Dean and Phil commiserate about power outages in Dean’s Michigan neighborhood and about snow in Los Angeles! More important than winter season weather, however, are which way the winds are blowing in Hollywood’s award season and they discuss the latest news and how it affects handicapping this year’s Best Picture Oscar race. Long before it was called “Best Picture”, the top Oscar was called “Best Production” and Phil analyzes one of its earliest recipients – Cimarron, one of the only westerns ever to win the top prize from the Academy of Motion Picture Arts and Sciences. Another western also has Phil’s attention: Red Sun starring Charles Bronson, Toshiro Mifune and Alain Delon. Phil follows up on last week’s remembrance of Raquel Welch, by sharing thoughts on and stories about one of her earliest films, Lady in Cement starring Frank Sinatra. Finally, Phil saw a screening of the great Italian classic The Conformist and discussion of this leads to appreciations on the art of editing and some of its greatest practitioners, as well as an appreciation for the great production designer Ferdinando Scarfiotti. Dean also saw a movie this week – the current (modest) box office hit 80 for Brady and Dean actually sings its praises! Dean also has two personal stories about the great stand-up comedian-turned-actor Richard Belzer (with whom he starred in and episode of “The X-Files” exploring the origin of the Lone Gunmen). Other notables remembered in “Celebrity Deaths” include a big screen star of the 60s and 70s, and a 6 time Emmy-nominated television actress of the 80’s and 90s.
This week’s show begins with a cold open wherein Dean and Phil discuss Phil’s 4th wedding anniversary, 100 years of Disney, and 16 years of Chillpak, while also celebrating the life and cultural legacy of Burt Bacharach. Dean then reveals his plans to see 80 for Brady (!) before he and Phil compare notes on Pearl, the sequel to X. Phil then sings the praises of a little-known noir-ish detective story starring Lucille Ball and directed by Douglas Sirk, and the jazzy 1966 exercise in style, Tokyo Drifter. After that, it’s time to open the Chillpak morgue for a handful of truly fascinating “Celebrity Deaths” as screen icon Raquel Welch, Award-winning director Hugh Hudson, former child star Austin Majors, and one of the greatest production designers of all time, Eugene Lee, get remembered.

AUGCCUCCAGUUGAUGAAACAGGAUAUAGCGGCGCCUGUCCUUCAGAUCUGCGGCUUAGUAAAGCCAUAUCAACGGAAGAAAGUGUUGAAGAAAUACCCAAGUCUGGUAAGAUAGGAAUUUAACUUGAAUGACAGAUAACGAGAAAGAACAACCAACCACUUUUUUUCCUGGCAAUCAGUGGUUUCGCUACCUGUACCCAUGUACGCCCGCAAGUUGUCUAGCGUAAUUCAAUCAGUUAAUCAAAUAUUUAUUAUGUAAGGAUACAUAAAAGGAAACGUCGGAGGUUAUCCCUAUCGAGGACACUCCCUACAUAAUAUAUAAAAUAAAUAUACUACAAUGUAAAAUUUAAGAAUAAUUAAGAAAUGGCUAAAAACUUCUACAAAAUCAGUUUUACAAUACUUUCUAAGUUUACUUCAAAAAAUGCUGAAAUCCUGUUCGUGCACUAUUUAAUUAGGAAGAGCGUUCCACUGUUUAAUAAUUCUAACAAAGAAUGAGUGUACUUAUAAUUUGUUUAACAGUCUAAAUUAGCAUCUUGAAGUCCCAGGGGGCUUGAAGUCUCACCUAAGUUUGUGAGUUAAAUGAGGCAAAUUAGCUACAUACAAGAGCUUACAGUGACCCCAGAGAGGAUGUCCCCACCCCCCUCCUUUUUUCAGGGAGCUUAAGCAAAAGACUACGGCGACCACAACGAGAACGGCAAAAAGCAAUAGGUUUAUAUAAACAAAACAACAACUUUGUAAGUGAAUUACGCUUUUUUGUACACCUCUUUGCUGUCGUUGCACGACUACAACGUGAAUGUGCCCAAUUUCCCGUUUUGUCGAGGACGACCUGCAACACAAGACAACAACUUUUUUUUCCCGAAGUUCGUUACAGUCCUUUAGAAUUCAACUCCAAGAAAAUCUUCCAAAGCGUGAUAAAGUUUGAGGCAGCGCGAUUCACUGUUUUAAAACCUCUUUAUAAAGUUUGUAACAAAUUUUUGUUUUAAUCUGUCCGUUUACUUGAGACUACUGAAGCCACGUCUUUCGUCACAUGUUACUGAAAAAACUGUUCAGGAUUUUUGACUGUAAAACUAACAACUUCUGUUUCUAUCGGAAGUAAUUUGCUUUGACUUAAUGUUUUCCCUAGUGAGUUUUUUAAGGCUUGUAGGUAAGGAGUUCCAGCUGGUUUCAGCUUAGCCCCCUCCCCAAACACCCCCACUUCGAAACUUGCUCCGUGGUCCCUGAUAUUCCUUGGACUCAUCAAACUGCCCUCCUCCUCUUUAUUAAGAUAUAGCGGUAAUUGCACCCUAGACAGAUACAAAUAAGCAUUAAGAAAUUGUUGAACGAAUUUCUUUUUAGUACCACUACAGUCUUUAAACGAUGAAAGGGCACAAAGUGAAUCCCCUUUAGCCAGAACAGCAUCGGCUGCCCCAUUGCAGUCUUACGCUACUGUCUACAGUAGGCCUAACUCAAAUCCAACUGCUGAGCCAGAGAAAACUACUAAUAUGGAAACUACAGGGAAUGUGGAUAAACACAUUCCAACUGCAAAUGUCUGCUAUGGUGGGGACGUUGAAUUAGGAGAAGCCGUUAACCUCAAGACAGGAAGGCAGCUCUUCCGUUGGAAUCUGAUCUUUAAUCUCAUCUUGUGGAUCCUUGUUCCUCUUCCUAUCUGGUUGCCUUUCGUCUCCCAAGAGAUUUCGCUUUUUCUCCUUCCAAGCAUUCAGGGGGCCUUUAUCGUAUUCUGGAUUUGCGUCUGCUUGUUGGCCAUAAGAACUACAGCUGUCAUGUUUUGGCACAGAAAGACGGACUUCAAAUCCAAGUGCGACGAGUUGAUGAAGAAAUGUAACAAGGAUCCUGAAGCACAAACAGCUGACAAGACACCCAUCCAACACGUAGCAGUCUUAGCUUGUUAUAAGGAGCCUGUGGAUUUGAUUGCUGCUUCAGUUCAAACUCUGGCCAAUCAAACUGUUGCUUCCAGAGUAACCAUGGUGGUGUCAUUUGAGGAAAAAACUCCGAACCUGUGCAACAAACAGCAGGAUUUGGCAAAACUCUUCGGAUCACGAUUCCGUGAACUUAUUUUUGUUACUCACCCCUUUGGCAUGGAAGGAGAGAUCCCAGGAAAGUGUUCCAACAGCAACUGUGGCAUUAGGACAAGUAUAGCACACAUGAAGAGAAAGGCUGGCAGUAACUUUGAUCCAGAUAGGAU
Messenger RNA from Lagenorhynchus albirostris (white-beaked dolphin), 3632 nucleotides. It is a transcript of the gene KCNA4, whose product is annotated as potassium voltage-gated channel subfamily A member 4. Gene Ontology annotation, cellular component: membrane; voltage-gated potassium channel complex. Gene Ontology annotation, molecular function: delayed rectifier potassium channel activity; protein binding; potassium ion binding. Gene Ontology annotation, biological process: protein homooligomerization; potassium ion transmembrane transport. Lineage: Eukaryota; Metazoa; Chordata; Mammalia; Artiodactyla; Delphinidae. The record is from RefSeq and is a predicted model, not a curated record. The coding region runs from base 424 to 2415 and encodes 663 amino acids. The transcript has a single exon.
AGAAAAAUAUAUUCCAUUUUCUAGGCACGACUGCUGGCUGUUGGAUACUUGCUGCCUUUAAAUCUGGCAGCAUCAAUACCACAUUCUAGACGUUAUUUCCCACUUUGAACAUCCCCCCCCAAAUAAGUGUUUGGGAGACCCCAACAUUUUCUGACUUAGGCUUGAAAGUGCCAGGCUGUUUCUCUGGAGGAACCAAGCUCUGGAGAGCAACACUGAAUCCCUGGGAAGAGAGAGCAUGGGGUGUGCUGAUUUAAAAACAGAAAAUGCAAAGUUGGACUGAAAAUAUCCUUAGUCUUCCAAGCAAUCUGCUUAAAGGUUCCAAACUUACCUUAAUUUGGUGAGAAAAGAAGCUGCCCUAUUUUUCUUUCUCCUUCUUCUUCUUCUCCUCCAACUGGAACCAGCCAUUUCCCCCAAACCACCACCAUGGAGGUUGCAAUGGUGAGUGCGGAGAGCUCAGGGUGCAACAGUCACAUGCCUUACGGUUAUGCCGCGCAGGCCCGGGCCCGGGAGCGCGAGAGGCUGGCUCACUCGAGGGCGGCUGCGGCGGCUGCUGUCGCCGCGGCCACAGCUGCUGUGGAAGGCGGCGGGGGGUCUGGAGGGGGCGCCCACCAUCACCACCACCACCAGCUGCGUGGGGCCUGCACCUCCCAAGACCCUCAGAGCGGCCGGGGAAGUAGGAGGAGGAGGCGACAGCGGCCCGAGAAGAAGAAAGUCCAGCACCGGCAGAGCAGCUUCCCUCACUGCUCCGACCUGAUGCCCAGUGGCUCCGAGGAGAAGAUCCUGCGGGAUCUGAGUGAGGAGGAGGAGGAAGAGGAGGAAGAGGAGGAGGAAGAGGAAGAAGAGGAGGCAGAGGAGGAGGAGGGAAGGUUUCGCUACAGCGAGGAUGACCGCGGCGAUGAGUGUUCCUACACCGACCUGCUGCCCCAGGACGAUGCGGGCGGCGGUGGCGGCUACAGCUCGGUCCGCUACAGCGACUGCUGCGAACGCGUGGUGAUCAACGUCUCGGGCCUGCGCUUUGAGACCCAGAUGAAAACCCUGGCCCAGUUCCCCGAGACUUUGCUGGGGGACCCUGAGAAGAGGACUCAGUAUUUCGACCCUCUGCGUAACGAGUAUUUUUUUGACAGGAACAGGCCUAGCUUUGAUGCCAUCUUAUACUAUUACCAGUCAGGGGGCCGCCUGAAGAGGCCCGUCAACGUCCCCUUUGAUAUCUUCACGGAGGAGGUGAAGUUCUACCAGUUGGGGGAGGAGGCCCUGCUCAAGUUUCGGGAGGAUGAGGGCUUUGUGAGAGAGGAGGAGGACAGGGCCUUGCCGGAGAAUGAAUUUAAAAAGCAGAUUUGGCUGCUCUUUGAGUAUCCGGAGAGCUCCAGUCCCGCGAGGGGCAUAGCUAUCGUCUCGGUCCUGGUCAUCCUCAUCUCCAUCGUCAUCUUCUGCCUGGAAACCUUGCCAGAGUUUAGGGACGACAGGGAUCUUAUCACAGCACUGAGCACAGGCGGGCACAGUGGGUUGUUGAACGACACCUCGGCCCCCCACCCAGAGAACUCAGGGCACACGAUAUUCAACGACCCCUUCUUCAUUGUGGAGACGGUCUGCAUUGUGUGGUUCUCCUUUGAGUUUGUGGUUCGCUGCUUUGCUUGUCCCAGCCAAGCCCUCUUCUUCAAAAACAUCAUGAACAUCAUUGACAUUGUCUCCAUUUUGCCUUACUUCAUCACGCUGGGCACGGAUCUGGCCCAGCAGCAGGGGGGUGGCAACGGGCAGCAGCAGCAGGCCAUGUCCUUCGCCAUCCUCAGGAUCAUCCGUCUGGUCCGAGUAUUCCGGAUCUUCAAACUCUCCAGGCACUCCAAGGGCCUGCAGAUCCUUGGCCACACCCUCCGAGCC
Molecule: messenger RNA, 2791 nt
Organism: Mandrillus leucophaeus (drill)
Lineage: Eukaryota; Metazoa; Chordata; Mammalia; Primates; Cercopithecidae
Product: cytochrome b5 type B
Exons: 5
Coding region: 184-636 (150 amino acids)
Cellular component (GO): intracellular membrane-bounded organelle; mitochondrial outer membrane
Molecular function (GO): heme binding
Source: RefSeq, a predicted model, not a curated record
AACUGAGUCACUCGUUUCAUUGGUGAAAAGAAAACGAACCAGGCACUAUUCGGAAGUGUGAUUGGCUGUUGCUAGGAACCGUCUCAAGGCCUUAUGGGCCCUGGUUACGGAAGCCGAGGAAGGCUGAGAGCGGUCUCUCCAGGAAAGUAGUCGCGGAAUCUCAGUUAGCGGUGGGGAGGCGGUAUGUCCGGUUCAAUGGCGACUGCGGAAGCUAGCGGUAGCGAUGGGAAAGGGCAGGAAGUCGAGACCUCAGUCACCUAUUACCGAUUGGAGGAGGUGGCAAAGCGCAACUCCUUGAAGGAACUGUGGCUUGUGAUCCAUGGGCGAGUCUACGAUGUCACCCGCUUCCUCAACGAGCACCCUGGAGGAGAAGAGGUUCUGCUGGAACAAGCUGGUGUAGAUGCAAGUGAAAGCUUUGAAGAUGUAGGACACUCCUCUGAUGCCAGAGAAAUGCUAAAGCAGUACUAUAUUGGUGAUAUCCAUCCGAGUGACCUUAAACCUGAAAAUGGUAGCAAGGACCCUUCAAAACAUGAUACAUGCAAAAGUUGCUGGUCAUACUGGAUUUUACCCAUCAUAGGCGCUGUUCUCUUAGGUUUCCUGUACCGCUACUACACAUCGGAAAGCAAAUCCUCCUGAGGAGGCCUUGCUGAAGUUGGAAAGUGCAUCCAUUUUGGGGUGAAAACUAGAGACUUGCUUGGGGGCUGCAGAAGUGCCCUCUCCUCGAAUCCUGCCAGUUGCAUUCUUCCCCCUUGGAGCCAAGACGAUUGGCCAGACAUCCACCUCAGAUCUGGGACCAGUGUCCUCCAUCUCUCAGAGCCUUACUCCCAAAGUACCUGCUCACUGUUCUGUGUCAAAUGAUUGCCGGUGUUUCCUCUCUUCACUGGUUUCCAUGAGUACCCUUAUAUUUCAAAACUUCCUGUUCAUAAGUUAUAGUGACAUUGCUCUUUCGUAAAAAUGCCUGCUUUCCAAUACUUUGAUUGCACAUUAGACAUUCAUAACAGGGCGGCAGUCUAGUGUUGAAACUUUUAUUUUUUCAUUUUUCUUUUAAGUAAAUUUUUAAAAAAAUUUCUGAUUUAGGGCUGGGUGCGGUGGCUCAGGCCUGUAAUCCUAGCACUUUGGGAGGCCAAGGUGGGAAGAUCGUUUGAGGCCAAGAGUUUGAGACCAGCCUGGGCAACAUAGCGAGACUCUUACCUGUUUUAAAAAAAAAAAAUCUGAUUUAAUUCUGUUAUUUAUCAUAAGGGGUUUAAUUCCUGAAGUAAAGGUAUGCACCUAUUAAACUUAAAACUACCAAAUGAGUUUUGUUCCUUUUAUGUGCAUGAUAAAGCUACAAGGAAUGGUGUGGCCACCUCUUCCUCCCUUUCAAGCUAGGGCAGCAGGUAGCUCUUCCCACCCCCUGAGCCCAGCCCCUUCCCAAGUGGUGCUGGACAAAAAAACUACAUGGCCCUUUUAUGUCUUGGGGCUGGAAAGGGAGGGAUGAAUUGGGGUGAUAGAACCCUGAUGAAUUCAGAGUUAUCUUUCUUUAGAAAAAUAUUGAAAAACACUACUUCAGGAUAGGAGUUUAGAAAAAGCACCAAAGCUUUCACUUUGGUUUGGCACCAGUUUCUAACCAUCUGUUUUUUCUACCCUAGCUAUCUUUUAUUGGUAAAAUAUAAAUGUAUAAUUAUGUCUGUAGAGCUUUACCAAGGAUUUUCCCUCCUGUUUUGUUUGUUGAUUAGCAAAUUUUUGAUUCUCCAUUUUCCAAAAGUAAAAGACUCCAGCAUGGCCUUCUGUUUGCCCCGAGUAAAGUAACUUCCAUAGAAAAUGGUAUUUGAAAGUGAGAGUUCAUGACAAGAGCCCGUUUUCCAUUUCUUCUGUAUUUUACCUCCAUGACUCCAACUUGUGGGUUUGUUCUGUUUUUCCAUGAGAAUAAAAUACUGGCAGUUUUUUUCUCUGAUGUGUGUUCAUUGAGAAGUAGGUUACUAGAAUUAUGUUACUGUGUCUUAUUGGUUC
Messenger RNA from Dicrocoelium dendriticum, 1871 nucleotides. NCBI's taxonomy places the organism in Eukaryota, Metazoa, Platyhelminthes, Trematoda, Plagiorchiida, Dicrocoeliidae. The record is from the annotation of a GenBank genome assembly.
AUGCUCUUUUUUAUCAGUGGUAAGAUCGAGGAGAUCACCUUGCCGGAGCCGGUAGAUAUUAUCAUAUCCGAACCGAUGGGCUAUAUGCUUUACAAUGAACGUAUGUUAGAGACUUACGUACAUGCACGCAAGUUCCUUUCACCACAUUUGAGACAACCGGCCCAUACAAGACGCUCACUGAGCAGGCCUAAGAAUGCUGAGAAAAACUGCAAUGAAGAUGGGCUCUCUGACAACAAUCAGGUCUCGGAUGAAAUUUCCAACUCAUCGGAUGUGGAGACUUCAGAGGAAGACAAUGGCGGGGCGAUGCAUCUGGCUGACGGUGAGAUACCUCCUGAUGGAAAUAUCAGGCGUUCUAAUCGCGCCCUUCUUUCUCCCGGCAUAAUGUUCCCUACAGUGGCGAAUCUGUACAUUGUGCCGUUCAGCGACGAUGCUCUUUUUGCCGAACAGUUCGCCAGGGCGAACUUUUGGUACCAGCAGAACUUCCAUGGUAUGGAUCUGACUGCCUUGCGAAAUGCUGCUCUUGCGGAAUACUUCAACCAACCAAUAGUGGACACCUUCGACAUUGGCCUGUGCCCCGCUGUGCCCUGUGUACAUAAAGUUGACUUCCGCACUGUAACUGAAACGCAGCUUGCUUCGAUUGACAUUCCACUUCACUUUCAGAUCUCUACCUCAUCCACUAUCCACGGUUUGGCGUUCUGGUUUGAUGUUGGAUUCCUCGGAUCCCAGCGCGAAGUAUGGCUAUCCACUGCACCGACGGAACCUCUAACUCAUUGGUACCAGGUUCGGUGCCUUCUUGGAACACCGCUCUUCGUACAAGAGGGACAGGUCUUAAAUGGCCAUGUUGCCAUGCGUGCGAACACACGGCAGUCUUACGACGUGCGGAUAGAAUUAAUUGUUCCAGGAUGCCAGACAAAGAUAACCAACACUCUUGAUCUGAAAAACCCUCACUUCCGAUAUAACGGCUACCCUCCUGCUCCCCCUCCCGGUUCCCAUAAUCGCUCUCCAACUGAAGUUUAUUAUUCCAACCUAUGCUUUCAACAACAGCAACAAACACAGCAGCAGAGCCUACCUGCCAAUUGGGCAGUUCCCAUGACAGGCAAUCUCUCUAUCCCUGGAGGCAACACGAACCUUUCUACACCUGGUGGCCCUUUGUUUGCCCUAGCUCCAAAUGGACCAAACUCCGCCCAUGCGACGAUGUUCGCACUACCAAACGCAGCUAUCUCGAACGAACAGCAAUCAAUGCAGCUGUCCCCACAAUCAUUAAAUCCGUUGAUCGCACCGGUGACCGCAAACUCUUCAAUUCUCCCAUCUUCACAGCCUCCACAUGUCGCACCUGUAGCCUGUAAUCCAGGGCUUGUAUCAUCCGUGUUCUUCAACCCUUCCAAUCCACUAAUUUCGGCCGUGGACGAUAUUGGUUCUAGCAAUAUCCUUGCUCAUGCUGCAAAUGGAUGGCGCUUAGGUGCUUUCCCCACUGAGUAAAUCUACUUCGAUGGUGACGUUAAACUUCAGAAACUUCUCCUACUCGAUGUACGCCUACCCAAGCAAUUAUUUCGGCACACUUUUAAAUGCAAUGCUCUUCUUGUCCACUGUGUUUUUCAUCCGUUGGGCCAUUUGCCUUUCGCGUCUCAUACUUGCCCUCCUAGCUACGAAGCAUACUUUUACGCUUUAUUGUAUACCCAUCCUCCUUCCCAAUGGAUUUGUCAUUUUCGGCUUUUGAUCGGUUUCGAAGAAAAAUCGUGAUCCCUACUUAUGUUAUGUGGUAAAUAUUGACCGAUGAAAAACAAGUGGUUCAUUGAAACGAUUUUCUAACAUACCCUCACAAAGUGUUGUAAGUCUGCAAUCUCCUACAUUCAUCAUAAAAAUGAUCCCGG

This week’s show picks up right where last week’s show left off with Dean and Phil revealing which films topped their lists as the best of 2022! Dean regales (?) with tales of his recent adventures in the nation’s capital before he and Phil compare notes on their respective Valentine’s Day plans. Phil then takes Dean to task about two films on his Top Ten list – The Kitchen Brigade from France and All Quiet on the Western Front from Germany. Dean then takes Phil to task about the Edgar Allen Poe mystery on Netflix, The Pale Blue Eye. Dean and Phil will then tackle the controversy that swirled around the Academy Award nomination for To Leslie star Andrea Riseborough, and the latest troubling reports coming out of the prosecution of Alec Baldwin. Loyal listeners like you (yes, YOU!) have concerns about the variable frame rates in Avatar: The Way of Water and the proposed variable seat-pricing plan at AMC Theaters. Your friends in podcasting and broadcasting will weigh in on both topics, as well as on the “Lawsuit of the Week” involving breakfast cereal and an indie rock band.
Last week, Dean and Phil discussed the ten films nominated for the Best Picture Oscar, the ten films released in 2022 that earned the most revenue at the domestic U.S. box office, and the ten (or twelve) or so films the critics have come to consensus on as the best of the year. This week, it’s Dean and Phil’s turn! They will revel their Top Tens, as they count down what might be the films they consider the best, the most groundbreaking, the most important, or just their favorites of the year.